This is one aspect of what Scripture describes as Sin. Sin. That evil lying deep in our heart, clinging so closely, coursing through us like a venomous poison. When we hear the language of sin on the lips of religious people, I think our neck stiffens a bit, even if we are churchgoers, but we see sin all the time, don’t we?

When we see on the news imagery of a scuba driver swimming through all the plastic in the oceans, or other kinds of rampant pollution, is that not the result of Sin – unthinking, automatic, almost unavoidable?

As the war in Syria enters its seventh year, do we not see Sin – in its violence and depravity, in the heartlessness of Assad, in the paralysis of the nations, unable or unwilling to help?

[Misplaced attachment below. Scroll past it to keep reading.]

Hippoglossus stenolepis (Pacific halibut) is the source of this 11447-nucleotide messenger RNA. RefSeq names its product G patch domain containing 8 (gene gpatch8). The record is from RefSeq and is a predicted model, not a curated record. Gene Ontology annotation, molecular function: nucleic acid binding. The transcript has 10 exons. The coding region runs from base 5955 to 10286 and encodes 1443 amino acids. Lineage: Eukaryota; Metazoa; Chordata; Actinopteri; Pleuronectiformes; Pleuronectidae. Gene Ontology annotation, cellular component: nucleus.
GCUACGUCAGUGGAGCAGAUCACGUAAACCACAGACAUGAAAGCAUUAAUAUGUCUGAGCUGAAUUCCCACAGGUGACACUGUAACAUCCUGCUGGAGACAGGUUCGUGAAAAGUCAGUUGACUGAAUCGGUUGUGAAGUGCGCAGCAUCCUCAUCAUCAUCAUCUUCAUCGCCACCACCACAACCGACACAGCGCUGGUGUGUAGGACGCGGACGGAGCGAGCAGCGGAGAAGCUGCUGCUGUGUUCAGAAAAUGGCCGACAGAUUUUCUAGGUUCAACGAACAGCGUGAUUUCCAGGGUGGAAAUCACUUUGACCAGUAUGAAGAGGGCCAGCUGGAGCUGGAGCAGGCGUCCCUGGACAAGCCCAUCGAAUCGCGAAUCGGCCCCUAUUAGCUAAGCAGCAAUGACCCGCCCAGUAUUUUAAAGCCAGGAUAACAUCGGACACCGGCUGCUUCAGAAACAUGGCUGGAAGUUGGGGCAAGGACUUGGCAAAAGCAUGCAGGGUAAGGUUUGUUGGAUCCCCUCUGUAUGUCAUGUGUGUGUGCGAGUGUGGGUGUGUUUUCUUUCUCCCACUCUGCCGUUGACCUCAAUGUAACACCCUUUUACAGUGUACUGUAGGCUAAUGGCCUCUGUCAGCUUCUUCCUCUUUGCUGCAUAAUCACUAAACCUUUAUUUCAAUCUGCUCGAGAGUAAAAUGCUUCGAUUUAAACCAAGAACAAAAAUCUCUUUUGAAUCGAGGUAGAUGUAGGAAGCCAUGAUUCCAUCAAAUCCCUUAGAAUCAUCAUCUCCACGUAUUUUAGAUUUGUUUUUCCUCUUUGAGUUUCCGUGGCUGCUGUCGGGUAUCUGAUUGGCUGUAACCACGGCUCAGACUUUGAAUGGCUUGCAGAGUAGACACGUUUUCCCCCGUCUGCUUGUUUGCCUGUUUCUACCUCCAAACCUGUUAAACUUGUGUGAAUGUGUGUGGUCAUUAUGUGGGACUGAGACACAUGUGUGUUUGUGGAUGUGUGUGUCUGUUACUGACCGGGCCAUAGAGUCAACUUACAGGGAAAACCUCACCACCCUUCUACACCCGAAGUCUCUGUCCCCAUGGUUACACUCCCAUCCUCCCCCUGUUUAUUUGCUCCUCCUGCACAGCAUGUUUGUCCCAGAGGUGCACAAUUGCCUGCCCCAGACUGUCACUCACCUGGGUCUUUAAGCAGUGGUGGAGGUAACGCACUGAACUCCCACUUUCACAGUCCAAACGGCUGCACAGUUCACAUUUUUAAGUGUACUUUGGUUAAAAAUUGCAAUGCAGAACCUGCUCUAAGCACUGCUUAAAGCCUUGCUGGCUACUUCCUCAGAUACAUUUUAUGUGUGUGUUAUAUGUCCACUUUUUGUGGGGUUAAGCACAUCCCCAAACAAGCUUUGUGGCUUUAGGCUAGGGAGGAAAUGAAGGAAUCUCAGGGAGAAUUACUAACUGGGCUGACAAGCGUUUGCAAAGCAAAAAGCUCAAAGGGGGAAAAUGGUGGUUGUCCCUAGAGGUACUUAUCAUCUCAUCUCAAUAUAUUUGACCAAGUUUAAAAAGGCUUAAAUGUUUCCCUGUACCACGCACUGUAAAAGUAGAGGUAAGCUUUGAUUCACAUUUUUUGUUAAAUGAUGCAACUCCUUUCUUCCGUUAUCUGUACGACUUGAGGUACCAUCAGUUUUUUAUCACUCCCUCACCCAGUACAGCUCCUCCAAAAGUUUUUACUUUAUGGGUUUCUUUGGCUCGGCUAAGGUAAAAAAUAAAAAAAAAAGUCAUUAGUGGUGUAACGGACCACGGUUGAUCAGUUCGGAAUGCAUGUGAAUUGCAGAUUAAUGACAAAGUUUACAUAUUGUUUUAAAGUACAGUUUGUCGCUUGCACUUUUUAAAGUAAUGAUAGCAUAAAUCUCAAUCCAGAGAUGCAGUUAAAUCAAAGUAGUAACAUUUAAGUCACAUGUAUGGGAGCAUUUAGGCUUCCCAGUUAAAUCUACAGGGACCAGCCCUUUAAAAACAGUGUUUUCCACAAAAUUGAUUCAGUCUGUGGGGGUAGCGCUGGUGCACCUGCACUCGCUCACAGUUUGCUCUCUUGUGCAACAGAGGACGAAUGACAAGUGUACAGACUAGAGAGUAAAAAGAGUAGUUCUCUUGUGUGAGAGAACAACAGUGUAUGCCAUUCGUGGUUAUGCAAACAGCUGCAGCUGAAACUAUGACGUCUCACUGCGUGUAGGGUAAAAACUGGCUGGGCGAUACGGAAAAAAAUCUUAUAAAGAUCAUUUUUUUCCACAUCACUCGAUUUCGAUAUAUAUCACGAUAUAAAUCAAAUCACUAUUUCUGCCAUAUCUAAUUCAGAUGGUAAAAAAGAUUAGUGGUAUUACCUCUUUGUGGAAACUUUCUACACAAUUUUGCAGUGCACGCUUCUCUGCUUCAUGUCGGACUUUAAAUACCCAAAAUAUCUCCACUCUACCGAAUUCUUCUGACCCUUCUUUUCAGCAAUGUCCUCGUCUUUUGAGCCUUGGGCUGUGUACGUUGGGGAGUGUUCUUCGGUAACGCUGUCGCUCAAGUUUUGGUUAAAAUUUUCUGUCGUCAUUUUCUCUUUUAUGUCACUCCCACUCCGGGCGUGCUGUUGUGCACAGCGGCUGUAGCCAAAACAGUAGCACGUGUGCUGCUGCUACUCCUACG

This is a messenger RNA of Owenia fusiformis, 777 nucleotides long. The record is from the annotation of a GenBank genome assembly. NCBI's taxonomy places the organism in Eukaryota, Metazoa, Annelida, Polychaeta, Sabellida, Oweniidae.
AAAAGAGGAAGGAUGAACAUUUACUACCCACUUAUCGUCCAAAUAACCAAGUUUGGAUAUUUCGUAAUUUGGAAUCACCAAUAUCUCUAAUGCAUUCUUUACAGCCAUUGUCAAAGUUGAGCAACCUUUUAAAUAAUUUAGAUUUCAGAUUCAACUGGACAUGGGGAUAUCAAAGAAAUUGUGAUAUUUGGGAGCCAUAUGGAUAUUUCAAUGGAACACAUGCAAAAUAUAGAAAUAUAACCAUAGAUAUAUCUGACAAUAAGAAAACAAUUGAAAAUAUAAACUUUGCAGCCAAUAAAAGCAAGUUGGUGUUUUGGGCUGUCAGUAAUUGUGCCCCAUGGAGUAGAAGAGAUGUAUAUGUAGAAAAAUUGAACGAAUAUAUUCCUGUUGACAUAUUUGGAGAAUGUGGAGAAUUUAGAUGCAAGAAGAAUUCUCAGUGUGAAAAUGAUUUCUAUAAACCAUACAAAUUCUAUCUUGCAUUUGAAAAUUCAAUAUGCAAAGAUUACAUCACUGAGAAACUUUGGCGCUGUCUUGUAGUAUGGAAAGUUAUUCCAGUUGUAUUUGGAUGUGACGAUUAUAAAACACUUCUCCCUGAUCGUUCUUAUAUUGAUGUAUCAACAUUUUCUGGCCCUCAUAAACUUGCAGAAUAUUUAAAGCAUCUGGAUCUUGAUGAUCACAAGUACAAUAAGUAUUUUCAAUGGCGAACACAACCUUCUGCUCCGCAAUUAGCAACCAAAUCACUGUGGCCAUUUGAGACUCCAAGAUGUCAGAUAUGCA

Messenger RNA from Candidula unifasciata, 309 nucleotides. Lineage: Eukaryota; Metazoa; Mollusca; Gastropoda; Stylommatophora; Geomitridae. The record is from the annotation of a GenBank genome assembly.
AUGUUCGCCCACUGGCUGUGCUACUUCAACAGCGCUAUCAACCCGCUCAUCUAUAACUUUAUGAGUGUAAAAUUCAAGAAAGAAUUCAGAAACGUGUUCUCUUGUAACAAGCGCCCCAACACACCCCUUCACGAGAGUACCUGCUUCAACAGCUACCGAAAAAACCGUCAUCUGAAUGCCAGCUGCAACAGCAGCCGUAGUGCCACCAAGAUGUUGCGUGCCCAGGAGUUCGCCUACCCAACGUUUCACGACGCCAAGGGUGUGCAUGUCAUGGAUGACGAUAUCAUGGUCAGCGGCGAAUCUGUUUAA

Or remember when the Islamic State was at its prime, crucifying Christians in the desert and slaughtering them on the seashore, erecting slave markets, and committing the grossest, most heart-rending atrocities against women and minorities – did we not see Sin? We saw it on the news, and they posted YouTube videos of these atrocities, because members of IS were proud of them. They used them to recruit more followers.

Finally, when we hear about yet another once noble organisation or public figure sunk by a sex scandal or revelations of abuse or harassment, is that not sin – in all its banality, stupidity, cruelty, and universality? No sector of society has proved exempt from these things. Instead, revelation after revelation of abuse, or corruption, has brought faith in public institutions to historic lows.